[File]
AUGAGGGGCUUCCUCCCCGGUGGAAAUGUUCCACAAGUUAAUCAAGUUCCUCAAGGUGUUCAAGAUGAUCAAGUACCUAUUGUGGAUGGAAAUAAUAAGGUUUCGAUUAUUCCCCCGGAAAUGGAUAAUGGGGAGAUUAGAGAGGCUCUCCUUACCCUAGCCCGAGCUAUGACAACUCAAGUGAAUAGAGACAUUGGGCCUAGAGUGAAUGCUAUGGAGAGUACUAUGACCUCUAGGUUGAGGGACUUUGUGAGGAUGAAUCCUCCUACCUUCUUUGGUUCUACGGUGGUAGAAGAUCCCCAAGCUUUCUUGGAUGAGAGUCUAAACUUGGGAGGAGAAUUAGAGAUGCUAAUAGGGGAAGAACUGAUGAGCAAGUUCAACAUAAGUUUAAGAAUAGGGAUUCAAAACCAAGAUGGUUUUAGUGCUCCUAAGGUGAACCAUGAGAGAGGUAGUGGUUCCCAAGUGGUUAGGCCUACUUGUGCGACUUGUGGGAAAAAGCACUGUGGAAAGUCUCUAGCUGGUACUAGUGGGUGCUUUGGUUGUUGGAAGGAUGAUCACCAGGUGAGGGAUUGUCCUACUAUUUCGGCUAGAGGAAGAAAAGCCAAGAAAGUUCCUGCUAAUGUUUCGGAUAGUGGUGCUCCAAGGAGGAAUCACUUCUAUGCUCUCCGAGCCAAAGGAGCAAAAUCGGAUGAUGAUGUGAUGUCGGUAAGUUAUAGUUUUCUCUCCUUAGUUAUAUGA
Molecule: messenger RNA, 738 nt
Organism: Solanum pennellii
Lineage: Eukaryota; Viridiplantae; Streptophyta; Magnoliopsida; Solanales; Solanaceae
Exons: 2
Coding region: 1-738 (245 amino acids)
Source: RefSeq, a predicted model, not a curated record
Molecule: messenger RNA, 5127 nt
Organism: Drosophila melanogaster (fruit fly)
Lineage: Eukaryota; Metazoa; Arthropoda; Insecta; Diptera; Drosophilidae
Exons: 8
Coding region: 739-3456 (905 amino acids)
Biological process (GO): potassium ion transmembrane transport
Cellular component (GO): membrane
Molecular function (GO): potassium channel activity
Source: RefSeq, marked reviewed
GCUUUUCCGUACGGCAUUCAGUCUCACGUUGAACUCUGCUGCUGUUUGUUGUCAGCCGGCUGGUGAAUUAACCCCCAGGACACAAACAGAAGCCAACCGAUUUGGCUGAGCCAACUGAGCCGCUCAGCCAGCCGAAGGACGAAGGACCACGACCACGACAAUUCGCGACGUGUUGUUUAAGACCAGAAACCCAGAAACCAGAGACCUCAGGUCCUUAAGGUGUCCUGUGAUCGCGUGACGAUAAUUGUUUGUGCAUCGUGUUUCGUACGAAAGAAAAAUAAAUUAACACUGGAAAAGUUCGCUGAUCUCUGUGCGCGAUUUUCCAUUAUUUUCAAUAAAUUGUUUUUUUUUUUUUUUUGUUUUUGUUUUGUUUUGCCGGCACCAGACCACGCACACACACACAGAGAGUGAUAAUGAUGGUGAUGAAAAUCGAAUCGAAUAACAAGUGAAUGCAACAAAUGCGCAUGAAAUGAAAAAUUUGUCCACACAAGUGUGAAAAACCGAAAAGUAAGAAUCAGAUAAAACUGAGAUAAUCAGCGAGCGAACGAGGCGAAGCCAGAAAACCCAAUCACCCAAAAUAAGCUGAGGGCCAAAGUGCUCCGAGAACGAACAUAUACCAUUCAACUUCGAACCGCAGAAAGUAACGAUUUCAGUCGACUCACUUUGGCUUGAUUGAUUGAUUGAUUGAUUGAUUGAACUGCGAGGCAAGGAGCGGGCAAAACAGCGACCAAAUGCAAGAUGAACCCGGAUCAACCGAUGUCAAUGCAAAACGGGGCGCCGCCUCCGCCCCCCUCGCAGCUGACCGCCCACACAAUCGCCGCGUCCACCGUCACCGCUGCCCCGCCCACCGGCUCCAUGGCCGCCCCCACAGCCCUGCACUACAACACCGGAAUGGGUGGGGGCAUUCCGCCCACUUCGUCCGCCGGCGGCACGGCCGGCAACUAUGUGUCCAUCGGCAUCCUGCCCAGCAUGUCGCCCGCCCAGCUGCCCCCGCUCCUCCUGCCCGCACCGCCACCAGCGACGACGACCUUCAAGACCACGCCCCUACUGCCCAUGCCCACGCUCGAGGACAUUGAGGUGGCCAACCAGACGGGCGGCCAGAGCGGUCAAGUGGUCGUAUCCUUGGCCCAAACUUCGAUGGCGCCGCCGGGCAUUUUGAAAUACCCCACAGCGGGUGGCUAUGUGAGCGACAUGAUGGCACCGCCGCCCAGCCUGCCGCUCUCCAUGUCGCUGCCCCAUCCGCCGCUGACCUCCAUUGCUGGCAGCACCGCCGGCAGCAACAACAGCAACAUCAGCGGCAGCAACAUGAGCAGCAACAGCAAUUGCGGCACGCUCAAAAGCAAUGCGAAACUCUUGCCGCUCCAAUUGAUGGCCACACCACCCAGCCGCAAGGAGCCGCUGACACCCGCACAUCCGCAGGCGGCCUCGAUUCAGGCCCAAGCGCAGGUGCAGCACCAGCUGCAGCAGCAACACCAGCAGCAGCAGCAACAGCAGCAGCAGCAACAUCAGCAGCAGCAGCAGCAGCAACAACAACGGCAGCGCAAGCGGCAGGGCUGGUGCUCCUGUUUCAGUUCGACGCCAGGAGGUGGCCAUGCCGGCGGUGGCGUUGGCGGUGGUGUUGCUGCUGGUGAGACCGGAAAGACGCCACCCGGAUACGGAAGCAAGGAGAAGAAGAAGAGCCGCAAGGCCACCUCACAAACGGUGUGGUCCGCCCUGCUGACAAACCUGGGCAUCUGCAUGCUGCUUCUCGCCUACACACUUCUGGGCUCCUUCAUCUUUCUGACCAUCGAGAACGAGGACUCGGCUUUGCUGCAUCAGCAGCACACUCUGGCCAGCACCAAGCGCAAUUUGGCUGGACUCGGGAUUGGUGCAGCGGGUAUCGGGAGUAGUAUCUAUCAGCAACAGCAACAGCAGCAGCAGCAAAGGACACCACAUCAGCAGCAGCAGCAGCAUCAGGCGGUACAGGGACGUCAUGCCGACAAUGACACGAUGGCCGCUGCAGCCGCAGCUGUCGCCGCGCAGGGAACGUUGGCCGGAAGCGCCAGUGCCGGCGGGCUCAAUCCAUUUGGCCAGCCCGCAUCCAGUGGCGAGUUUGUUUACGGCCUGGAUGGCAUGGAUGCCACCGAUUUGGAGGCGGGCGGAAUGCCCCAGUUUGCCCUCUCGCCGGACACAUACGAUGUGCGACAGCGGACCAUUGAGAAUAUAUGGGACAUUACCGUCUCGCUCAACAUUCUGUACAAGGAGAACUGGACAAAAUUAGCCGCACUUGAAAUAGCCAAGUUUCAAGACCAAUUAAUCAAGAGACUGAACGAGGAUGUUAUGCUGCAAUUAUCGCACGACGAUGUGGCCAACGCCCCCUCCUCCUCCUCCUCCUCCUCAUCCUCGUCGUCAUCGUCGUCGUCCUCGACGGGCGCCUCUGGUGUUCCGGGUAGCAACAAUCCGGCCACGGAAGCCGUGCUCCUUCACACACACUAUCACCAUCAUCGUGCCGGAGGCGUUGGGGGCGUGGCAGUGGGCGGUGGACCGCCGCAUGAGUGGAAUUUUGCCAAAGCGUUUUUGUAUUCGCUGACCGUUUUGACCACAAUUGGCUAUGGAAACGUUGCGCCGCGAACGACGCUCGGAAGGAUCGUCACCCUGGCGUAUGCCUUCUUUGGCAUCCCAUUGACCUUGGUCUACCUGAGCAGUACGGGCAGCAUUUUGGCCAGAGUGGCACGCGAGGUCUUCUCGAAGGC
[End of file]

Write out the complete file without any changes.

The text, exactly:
AUGAGGGGCUUCCUCCCCGGUGGAAAUGUUCCACAAGUUAAUCAAGUUCCUCAAGGUGUUCAAGAUGAUCAAGUACCUAUUGUGGAUGGAAAUAAUAAGGUUUCGAUUAUUCCCCCGGAAAUGGAUAAUGGGGAGAUUAGAGAGGCUCUCCUUACCCUAGCCCGAGCUAUGACAACUCAAGUGAAUAGAGACAUUGGGCCUAGAGUGAAUGCUAUGGAGAGUACUAUGACCUCUAGGUUGAGGGACUUUGUGAGGAUGAAUCCUCCUACCUUCUUUGGUUCUACGGUGGUAGAAGAUCCCCAAGCUUUCUUGGAUGAGAGUCUAAACUUGGGAGGAGAAUUAGAGAUGCUAAUAGGGGAAGAACUGAUGAGCAAGUUCAACAUAAGUUUAAGAAUAGGGAUUCAAAACCAAGAUGGUUUUAGUGCUCCUAAGGUGAACCAUGAGAGAGGUAGUGGUUCCCAAGUGGUUAGGCCUACUUGUGCGACUUGUGGGAAAAAGCACUGUGGAAAGUCUCUAGCUGGUACUAGUGGGUGCUUUGGUUGUUGGAAGGAUGAUCACCAGGUGAGGGAUUGUCCUACUAUUUCGGCUAGAGGAAGAAAAGCCAAGAAAGUUCCUGCUAAUGUUUCGGAUAGUGGUGCUCCAAGGAGGAAUCACUUCUAUGCUCUCCGAGCCAAAGGAGCAAAAUCGGAUGAUGAUGUGAUGUCGGUAAGUUAUAGUUUUCUCUCCUUAGUUAUAUGA
Molecule: messenger RNA, 738 nt
Organism: Solanum pennellii
Lineage: Eukaryota; Viridiplantae; Streptophyta; Magnoliopsida; Solanales; Solanaceae
Exons: 2
Coding region: 1-738 (245 amino acids)
Source: RefSeq, a predicted model, not a curated record
Molecule: messenger RNA, 5127 nt
Organism: Drosophila melanogaster (fruit fly)
Lineage: Eukaryota; Metazoa; Arthropoda; Insecta; Diptera; Drosophilidae
Exons: 8
Coding region: 739-3456 (905 amino acids)
Biological process (GO): potassium ion transmembrane transport
Cellular component (GO): membrane
Molecular function (GO): potassium channel activity
Source: RefSeq, marked reviewed
GCUUUUCCGUACGGCAUUCAGUCUCACGUUGAACUCUGCUGCUGUUUGUUGUCAGCCGGCUGGUGAAUUAACCCCCAGGACACAAACAGAAGCCAACCGAUUUGGCUGAGCCAACUGAGCCGCUCAGCCAGCCGAAGGACGAAGGACCACGACCACGACAAUUCGCGACGUGUUGUUUAAGACCAGAAACCCAGAAACCAGAGACCUCAGGUCCUUAAGGUGUCCUGUGAUCGCGUGACGAUAAUUGUUUGUGCAUCGUGUUUCGUACGAAAGAAAAAUAAAUUAACACUGGAAAAGUUCGCUGAUCUCUGUGCGCGAUUUUCCAUUAUUUUCAAUAAAUUGUUUUUUUUUUUUUUUUGUUUUUGUUUUGUUUUGCCGGCACCAGACCACGCACACACACACAGAGAGUGAUAAUGAUGGUGAUGAAAAUCGAAUCGAAUAACAAGUGAAUGCAACAAAUGCGCAUGAAAUGAAAAAUUUGUCCACACAAGUGUGAAAAACCGAAAAGUAAGAAUCAGAUAAAACUGAGAUAAUCAGCGAGCGAACGAGGCGAAGCCAGAAAACCCAAUCACCCAAAAUAAGCUGAGGGCCAAAGUGCUCCGAGAACGAACAUAUACCAUUCAACUUCGAACCGCAGAAAGUAACGAUUUCAGUCGACUCACUUUGGCUUGAUUGAUUGAUUGAUUGAUUGAUUGAACUGCGAGGCAAGGAGCGGGCAAAACAGCGACCAAAUGCAAGAUGAACCCGGAUCAACCGAUGUCAAUGCAAAACGGGGCGCCGCCUCCGCCCCCCUCGCAGCUGACCGCCCACACAAUCGCCGCGUCCACCGUCACCGCUGCCCCGCCCACCGGCUCCAUGGCCGCCCCCACAGCCCUGCACUACAACACCGGAAUGGGUGGGGGCAUUCCGCCCACUUCGUCCGCCGGCGGCACGGCCGGCAACUAUGUGUCCAUCGGCAUCCUGCCCAGCAUGUCGCCCGCCCAGCUGCCCCCGCUCCUCCUGCCCGCACCGCCACCAGCGACGACGACCUUCAAGACCACGCCCCUACUGCCCAUGCCCACGCUCGAGGACAUUGAGGUGGCCAACCAGACGGGCGGCCAGAGCGGUCAAGUGGUCGUAUCCUUGGCCCAAACUUCGAUGGCGCCGCCGGGCAUUUUGAAAUACCCCACAGCGGGUGGCUAUGUGAGCGACAUGAUGGCACCGCCGCCCAGCCUGCCGCUCUCCAUGUCGCUGCCCCAUCCGCCGCUGACCUCCAUUGCUGGCAGCACCGCCGGCAGCAACAACAGCAACAUCAGCGGCAGCAACAUGAGCAGCAACAGCAAUUGCGGCACGCUCAAAAGCAAUGCGAAACUCUUGCCGCUCCAAUUGAUGGCCACACCACCCAGCCGCAAGGAGCCGCUGACACCCGCACAUCCGCAGGCGGCCUCGAUUCAGGCCCAAGCGCAGGUGCAGCACCAGCUGCAGCAGCAACACCAGCAGCAGCAGCAACAGCAGCAGCAGCAACAUCAGCAGCAGCAGCAGCAGCAACAACAACGGCAGCGCAAGCGGCAGGGCUGGUGCUCCUGUUUCAGUUCGACGCCAGGAGGUGGCCAUGCCGGCGGUGGCGUUGGCGGUGGUGUUGCUGCUGGUGAGACCGGAAAGACGCCACCCGGAUACGGAAGCAAGGAGAAGAAGAAGAGCCGCAAGGCCACCUCACAAACGGUGUGGUCCGCCCUGCUGACAAACCUGGGCAUCUGCAUGCUGCUUCUCGCCUACACACUUCUGGGCUCCUUCAUCUUUCUGACCAUCGAGAACGAGGACUCGGCUUUGCUGCAUCAGCAGCACACUCUGGCCAGCACCAAGCGCAAUUUGGCUGGACUCGGGAUUGGUGCAGCGGGUAUCGGGAGUAGUAUCUAUCAGCAACAGCAACAGCAGCAGCAGCAAAGGACACCACAUCAGCAGCAGCAGCAGCAUCAGGCGGUACAGGGACGUCAUGCCGACAAUGACACGAUGGCCGCUGCAGCCGCAGCUGUCGCCGCGCAGGGAACGUUGGCCGGAAGCGCCAGUGCCGGCGGGCUCAAUCCAUUUGGCCAGCCCGCAUCCAGUGGCGAGUUUGUUUACGGCCUGGAUGGCAUGGAUGCCACCGAUUUGGAGGCGGGCGGAAUGCCCCAGUUUGCCCUCUCGCCGGACACAUACGAUGUGCGACAGCGGACCAUUGAGAAUAUAUGGGACAUUACCGUCUCGCUCAACAUUCUGUACAAGGAGAACUGGACAAAAUUAGCCGCACUUGAAAUAGCCAAGUUUCAAGACCAAUUAAUCAAGAGACUGAACGAGGAUGUUAUGCUGCAAUUAUCGCACGACGAUGUGGCCAACGCCCCCUCCUCCUCCUCCUCCUCCUCAUCCUCGUCGUCAUCGUCGUCGUCCUCGACGGGCGCCUCUGGUGUUCCGGGUAGCAACAAUCCGGCCACGGAAGCCGUGCUCCUUCACACACACUAUCACCAUCAUCGUGCCGGAGGCGUUGGGGGCGUGGCAGUGGGCGGUGGACCGCCGCAUGAGUGGAAUUUUGCCAAAGCGUUUUUGUAUUCGCUGACCGUUUUGACCACAAUUGGCUAUGGAAACGUUGCGCCGCGAACGACGCUCGGAAGGAUCGUCACCCUGGCGUAUGCCUUCUUUGGCAUCCCAUUGACCUUGGUCUACCUGAGCAGUACGGGCAGCAUUUUGGCCAGAGUGGCACGCGAGGUCUUCUCGAAGGC